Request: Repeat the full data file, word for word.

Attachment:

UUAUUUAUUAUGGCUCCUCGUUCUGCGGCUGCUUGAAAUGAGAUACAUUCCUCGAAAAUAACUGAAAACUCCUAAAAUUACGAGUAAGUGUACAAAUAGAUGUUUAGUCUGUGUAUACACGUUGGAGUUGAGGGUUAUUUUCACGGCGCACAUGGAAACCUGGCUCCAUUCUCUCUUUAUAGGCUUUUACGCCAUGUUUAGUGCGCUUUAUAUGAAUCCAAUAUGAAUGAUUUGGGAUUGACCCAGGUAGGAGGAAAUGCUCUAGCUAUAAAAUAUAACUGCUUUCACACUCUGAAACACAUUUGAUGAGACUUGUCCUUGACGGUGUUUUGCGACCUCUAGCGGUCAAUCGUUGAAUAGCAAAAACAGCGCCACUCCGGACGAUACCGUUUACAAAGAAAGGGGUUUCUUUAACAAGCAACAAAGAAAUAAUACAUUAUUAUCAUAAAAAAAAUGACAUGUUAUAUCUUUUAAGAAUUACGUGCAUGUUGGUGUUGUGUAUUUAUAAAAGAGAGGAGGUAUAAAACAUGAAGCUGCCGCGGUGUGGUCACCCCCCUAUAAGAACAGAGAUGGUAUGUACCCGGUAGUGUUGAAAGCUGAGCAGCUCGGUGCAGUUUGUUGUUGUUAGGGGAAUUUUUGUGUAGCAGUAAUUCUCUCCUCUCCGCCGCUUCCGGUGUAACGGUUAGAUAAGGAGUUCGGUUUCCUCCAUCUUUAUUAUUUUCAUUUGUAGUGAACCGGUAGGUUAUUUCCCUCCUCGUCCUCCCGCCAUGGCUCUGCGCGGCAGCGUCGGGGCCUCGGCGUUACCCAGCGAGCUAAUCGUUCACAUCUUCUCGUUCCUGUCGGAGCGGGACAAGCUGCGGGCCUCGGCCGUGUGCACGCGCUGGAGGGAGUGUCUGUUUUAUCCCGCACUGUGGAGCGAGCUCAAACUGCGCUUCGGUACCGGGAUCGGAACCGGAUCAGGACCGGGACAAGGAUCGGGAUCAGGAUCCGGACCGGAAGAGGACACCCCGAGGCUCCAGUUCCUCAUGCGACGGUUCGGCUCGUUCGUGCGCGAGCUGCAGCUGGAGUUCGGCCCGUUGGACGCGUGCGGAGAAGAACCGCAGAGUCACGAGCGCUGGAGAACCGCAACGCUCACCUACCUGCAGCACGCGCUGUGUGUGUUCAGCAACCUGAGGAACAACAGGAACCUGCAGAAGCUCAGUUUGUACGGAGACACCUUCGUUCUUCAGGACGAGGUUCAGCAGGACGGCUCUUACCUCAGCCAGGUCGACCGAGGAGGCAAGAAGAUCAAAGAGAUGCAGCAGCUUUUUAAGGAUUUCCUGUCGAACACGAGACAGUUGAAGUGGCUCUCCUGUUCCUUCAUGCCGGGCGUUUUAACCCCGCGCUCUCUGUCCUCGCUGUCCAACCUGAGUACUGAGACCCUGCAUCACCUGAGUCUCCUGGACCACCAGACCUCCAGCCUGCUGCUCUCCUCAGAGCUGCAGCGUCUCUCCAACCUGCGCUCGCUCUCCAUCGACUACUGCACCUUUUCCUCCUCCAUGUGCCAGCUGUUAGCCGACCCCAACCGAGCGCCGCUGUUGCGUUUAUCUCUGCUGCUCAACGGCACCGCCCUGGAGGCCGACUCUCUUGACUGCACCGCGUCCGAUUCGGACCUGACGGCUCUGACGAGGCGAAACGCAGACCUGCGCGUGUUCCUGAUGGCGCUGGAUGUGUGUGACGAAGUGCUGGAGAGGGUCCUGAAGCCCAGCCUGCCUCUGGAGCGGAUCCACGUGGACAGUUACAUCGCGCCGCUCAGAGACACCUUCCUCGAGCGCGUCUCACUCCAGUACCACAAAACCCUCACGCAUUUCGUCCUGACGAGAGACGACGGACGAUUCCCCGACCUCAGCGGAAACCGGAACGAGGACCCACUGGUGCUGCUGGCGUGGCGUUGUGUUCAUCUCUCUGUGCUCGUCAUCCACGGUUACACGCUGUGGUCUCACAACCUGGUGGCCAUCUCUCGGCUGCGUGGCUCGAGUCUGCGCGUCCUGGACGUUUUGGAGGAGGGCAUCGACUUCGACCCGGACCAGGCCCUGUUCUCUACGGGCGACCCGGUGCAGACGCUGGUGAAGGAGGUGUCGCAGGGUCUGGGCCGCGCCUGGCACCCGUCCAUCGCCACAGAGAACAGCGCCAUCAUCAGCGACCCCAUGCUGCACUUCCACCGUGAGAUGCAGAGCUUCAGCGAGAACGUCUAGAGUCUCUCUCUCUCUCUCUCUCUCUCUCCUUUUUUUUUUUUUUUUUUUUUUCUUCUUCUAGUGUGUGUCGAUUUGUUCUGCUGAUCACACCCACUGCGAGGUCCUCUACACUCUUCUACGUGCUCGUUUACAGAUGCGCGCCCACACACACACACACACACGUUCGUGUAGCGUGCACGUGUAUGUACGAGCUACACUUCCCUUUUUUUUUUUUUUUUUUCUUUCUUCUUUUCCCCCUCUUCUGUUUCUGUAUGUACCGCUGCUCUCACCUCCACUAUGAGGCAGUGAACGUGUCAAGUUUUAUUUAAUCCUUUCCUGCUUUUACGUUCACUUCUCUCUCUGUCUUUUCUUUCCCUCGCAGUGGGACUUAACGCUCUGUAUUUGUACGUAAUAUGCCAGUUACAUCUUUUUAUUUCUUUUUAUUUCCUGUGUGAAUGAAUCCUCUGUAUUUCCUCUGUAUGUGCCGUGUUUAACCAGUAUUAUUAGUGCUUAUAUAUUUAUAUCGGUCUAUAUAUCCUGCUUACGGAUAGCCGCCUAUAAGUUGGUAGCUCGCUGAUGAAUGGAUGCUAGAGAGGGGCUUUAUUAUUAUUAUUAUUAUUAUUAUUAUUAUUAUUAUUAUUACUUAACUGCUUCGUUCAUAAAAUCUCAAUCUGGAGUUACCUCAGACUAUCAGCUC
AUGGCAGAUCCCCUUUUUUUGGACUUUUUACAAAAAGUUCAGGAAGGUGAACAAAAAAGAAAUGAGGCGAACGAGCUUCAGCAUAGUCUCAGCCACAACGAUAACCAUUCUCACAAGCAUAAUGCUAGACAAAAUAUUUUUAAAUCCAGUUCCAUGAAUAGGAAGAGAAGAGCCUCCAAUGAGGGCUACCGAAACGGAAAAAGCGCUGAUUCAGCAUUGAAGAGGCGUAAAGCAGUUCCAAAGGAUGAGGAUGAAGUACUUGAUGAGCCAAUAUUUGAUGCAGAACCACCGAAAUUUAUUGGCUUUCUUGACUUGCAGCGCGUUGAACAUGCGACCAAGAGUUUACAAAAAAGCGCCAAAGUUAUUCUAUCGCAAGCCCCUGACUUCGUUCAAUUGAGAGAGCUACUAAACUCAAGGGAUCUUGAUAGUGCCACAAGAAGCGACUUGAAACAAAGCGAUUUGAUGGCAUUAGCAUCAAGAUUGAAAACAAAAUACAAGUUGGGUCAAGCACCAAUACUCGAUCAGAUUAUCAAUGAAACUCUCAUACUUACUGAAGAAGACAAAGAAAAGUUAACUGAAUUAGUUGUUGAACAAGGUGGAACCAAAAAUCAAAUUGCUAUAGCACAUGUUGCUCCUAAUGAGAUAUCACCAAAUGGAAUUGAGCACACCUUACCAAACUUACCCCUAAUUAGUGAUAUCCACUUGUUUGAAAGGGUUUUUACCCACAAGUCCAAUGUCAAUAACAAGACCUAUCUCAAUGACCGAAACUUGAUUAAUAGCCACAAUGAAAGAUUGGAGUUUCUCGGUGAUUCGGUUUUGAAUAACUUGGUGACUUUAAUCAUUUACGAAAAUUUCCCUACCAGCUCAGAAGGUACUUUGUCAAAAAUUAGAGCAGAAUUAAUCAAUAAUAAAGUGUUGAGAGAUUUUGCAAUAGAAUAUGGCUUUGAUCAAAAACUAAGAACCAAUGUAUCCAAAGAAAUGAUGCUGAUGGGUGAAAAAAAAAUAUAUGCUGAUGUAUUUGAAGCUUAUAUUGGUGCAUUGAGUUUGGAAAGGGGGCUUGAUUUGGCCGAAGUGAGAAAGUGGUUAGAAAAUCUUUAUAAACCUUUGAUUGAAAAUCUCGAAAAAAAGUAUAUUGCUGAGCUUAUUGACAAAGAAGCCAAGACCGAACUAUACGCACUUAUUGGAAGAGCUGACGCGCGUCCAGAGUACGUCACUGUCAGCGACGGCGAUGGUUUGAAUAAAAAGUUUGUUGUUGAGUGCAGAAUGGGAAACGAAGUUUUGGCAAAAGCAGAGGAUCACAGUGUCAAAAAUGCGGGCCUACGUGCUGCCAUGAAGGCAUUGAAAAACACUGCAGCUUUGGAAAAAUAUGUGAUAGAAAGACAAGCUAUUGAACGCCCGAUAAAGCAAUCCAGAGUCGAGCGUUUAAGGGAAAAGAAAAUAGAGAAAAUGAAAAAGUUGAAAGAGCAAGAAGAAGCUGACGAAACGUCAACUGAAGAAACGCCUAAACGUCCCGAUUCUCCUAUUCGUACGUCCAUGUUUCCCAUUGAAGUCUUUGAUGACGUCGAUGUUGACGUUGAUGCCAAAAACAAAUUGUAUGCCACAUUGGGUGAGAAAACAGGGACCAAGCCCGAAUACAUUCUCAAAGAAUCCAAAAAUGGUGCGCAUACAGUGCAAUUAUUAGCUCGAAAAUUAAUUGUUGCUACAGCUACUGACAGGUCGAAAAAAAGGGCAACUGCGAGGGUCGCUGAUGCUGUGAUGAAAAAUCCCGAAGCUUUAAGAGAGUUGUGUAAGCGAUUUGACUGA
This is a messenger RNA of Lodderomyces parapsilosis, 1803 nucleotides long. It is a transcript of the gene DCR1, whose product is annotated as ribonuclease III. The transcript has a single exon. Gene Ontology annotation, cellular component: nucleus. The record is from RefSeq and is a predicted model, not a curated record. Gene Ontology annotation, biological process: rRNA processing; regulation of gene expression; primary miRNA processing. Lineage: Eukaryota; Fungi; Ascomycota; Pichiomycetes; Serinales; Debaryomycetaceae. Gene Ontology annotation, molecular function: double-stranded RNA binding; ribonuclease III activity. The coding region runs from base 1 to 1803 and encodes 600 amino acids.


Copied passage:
UUAUUUAUUAUGGCUCCUCGUUCUGCGGCUGCUUGAAAUGAGAUACAUUCCUCGAAAAUAACUGAAAACUCCUAAAAUUACGAGUAAGUGUACAAAUAGAUGUUUAGUCUGUGUAUACACGUUGGAGUUGAGGGUUAUUUUCACGGCGCACAUGGAAACCUGGCUCCAUUCUCUCUUUAUAGGCUUUUACGCCAUGUUUAGUGCGCUUUAUAUGAAUCCAAUAUGAAUGAUUUGGGAUUGACCCAGGUAGGAGGAAAUGCUCUAGCUAUAAAAUAUAACUGCUUUCACACUCUGAAACACAUUUGAUGAGACUUGUCCUUGACGGUGUUUUGCGACCUCUAGCGGUCAAUCGUUGAAUAGCAAAAACAGCGCCACUCCGGACGAUACCGUUUACAAAGAAAGGGGUUUCUUUAACAAGCAACAAAGAAAUAAUACAUUAUUAUCAUAAAAAAAAUGACAUGUUAUAUCUUUUAAGAAUUACGUGCAUGUUGGUGUUGUGUAUUUAUAAAAGAGAGGAGGUAUAAAACAUGAAGCUGCCGCGGUGUGGUCACCCCCCUAUAAGAACAGAGAUGGUAUGUACCCGGUAGUGUUGAAAGCUGAGCAGCUCGGUGCAGUUUGUUGUUGUUAGGGGAAUUUUUGUGUAGCAGUAAUUCUCUCCUCUCCGCCGCUUCCGGUGUAACGGUUAGAUAAGGAGUUCGGUUUCCUCCAUCUUUAUUAUUUUCAUUUGUAGUGAACCGGUAGGUUAUUUCCCUCCUCGUCCUCCCGCCAUGGCUCUGCGCGGCAGCGUCGGGGCCUCGGCGUUACCCAGCGAGCUAAUCGUUCACAUCUUCUCGUUCCUGUCGGAGCGGGACAAGCUGCGGGCCUCGGCCGUGUGCACGCGCUGGAGGGAGUGUCUGUUUUAUCCCGCACUGUGGAGCGAGCUCAAACUGCGCUUCGGUACCGGGAUCGGAACCGGAUCAGGACCGGGACAAGGAUCGGGAUCAGGAUCCGGACCGGAAGAGGACACCCCGAGGCUCCAGUUCCUCAUGCGACGGUUCGGCUCGUUCGUGCGCGAGCUGCAGCUGGAGUUCGGCCCGUUGGACGCGUGCGGAGAAGAACCGCAGAGUCACGAGCGCUGGAGAACCGCAACGCUCACCUACCUGCAGCACGCGCUGUGUGUGUUCAGCAACCUGAGGAACAACAGGAACCUGCAGAAGCUCAGUUUGUACGGAGACACCUUCGUUCUUCAGGACGAGGUUCAGCAGGACGGCUCUUACCUCAGCCAGGUCGACCGAGGAGGCAAGAAGAUCAAAGAGAUGCAGCAGCUUUUUAAGGAUUUCCUGUCGAACACGAGACAGUUGAAGUGGCUCUCCUGUUCCUUCAUGCCGGGCGUUUUAACCCCGCGCUCUCUGUCCUCGCUGUCCAACCUGAGUACUGAGACCCUGCAUCACCUGAGUCUCCUGGACCACCAGACCUCCAGCCUGCUGCUCUCCUCAGAGCUGCAGCGUCUCUCCAACCUGCGCUCGCUCUCCAUCGACUACUGCACCUUUUCCUCCUCCAUGUGCCAGCUGUUAGCCGACCCCAACCGAGCGCCGCUGUUGCGUUUAUCUCUGCUGCUCAACGGCACCGCCCUGGAGGCCGACUCUCUUGACUGCACCGCGUCCGAUUCGGACCUGACGGCUCUGACGAGGCGAAACGCAGACCUGCGCGUGUUCCUGAUGGCGCUGGAUGUGUGUGACGAAGUGCUGGAGAGGGUCCUGAAGCCCAGCCUGCCUCUGGAGCGGAUCCACGUGGACAGUUACAUCGCGCCGCUCAGAGACACCUUCCUCGAGCGCGUCUCACUCCAGUACCACAAAACCCUCACGCAUUUCGUCCUGACGAGAGACGACGGACGAUUCCCCGACCUCAGCGGAAACCGGAACGAGGACCCACUGGUGCUGCUGGCGUGGCGUUGUGUUCAUCUCUCUGUGCUCGUCAUCCACGGUUACACGCUGUGGUCUCACAACCUGGUGGCCAUCUCUCGGCUGCGUGGCUCGAGUCUGCGCGUCCUGGACGUUUUGGAGGAGGGCAUCGACUUCGACCCGGACCAGGCCCUGUUCUCUACGGGCGACCCGGUGCAGACGCUGGUGAAGGAGGUGUCGCAGGGUCUGGGCCGCGCCUGGCACCCGUCCAUCGCCACAGAGAACAGCGCCAUCAUCAGCGACCCCAUGCUGCACUUCCACCGUGAGAUGCAGAGCUUCAGCGAGAACGUCUAGAGUCUCUCUCUCUCUCUCUCUCUCUCUCCUUUUUUUUUUUUUUUUUUUUUUCUUCUUCUAGUGUGUGUCGAUUUGUUCUGCUGAUCACACCCACUGCGAGGUCCUCUACACUCUUCUACGUGCUCGUUUACAGAUGCGCGCCCACACACACACACACACACGUUCGUGUAGCGUGCACGUGUAUGUACGAGCUACACUUCCCUUUUUUUUUUUUUUUUUUCUUUCUUCUUUUCCCCCUCUUCUGUUUCUGUAUGUACCGCUGCUCUCACCUCCACUAUGAGGCAGUGAACGUGUCAAGUUUUAUUUAAUCCUUUCCUGCUUUUACGUUCACUUCUCUCUCUGUCUUUUCUUUCCCUCGCAGUGGGACUUAACGCUCUGUAUUUGUACGUAAUAUGCCAGUUACAUCUUUUUAUUUCUUUUUAUUUCCUGUGUGAAUGAAUCCUCUGUAUUUCCUCUGUAUGUGCCGUGUUUAACCAGUAUUAUUAGUGCUUAUAUAUUUAUAUCGGUCUAUAUAUCCUGCUUACGGAUAGCCGCCUAUAAGUUGGUAGCUCGCUGAUGAAUGGAUGCUAGAGAGGGGCUUUAUUAUUAUUAUUAUUAUUAUUAUUAUUAUUAUUAUUAUUACUUAACUGCUUCGUUCAUAAAAUCUCAAUCUGGAGUUACCUCAGACUAUCAGCUC
AUGGCAGAUCCCCUUUUUUUGGACUUUUUACAAAAAGUUCAGGAAGGUGAACAAAAAAGAAAUGAGGCGAACGAGCUUCAGCAUAGUCUCAGCCACAACGAUAACCAUUCUCACAAGCAUAAUGCUAGACAAAAUAUUUUUAAAUCCAGUUCCAUGAAUAGGAAGAGAAGAGCCUCCAAUGAGGGCUACCGAAACGGAAAAAGCGCUGAUUCAGCAUUGAAGAGGCGUAAAGCAGUUCCAAAGGAUGAGGAUGAAGUACUUGAUGAGCCAAUAUUUGAUGCAGAACCACCGAAAUUUAUUGGCUUUCUUGACUUGCAGCGCGUUGAACAUGCGACCAAGAGUUUACAAAAAAGCGCCAAAGUUAUUCUAUCGCAAGCCCCUGACUUCGUUCAAUUGAGAGAGCUACUAAACUCAAGGGAUCUUGAUAGUGCCACAAGAAGCGACUUGAAACAAAGCGAUUUGAUGGCAUUAGCAUCAAGAUUGAAAACAAAAUACAAGUUGGGUCAAGCACCAAUACUCGAUCAGAUUAUCAAUGAAACUCUCAUACUUACUGAAGAAGACAAAGAAAAGUUAACUGAAUUAGUUGUUGAACAAGGUGGAACCAAAAAUCAAAUUGCUAUAGCACAUGUUGCUCCUAAUGAGAUAUCACCAAAUGGAAUUGAGCACACCUUACCAAACUUACCCCUAAUUAGUGAUAUCCACUUGUUUGAAAGGGUUUUUACCCACAAGUCCAAUGUCAAUAACAAGACCUAUCUCAAUGACCGAAACUUGAUUAAUAGCCACAAUGAAAGAUUGGAGUUUCUCGGUGAUUCGGUUUUGAAUAACUUGGUGACUUUAAUCAUUUACGAAAAUUUCCCUACCAGCUCAGAAGGUACUUUGUCAAAAAUUAGAGCAGAAUUAAUCAAUAAUAAAGUGUUGAGAGAUUUUGCAAUAGAAUAUGGCUUUGAUCAAAAACUAAGAACCAAUGUAUCCAAAGAAAUGAUGCUGAUGGGUGAAAAAAAAAUAUAUGCUGAUGUAUUUGAAGCUUAUAUUGGUGCAUUGAGUUUGGAAAGGGGGCUUGAUUUGGCCGAAGUGAGAAAGUGGUUAGAAAAUCUUUAUAAACCUUUGAUUGAAAAUCUCGAAAAAAAGUAUAUUGCUGAGCUUAUUGACAAAGAAGCCAAGACCGAACUAUACGCACUUAUUGGAAGAGCUGACGCGCGUCCAGAGUACGUCACUGUCAGCGACGGCGAUGGUUUGAAUAAAAAGUUUGUUGUUGAGUGCAGAAUGGGAAACGAAGUUUUGGCAAAAGCAGAGGAUCACAGUGUCAAAAAUGCGGGCCUACGUGCUGCCAUGAAGGCAUUGAAAAACACUGCAGCUUUGGAAAAAUAUGUGAUAGAAAGACAAGCUAUUGAACGCCCGAUAAAGCAAUCCAGAGUCGAGCGUUUAAGGGAAAAGAAAAUAGAGAAAAUGAAAAAGUUGAAAGAGCAAGAAGAAGCUGACGAAACGUCAACUGAAGAAACGCCUAAACGUCCCGAUUCUCCUAUUCGUACGUCCAUGUUUCCCAUUGAAGUCUUUGAUGACGUCGAUGUUGACGUUGAUGCCAAAAACAAAUUGUAUGCCACAUUGGGUGAGAAAACAGGGACCAAGCCCGAAUACAUUCUCAAAGAAUCCAAAAAUGGUGCGCAUACAGUGCAAUUAUUAGCUCGAAAAUUAAUUGUUGCUACAGCUACUGACAGGUCGAAAAAAAGGGCAACUGCGAGGGUCGCUGAUGCUGUGAUGAAAAAUCCCGAAGCUUUAAGAGAGUUGUGUAAGCGAUUUGACUGA
This is a messenger RNA of Lodderomyces parapsilosis, 1803 nucleotides long. It is a transcript of the gene DCR1, whose product is annotated as ribonuclease III. The transcript has a single exon. Gene Ontology annotation, cellular component: nucleus. The record is from RefSeq and is a predicted model, not a curated record. Gene Ontology annotation, biological process: rRNA processing; regulation of gene expression; primary miRNA processing. Lineage: Eukaryota; Fungi; Ascomycota; Pichiomycetes; Serinales; Debaryomycetaceae. Gene Ontology annotation, molecular function: double-stranded RNA binding; ribonuclease III activity. The coding region runs from base 1 to 1803 and encodes 600 amino acids.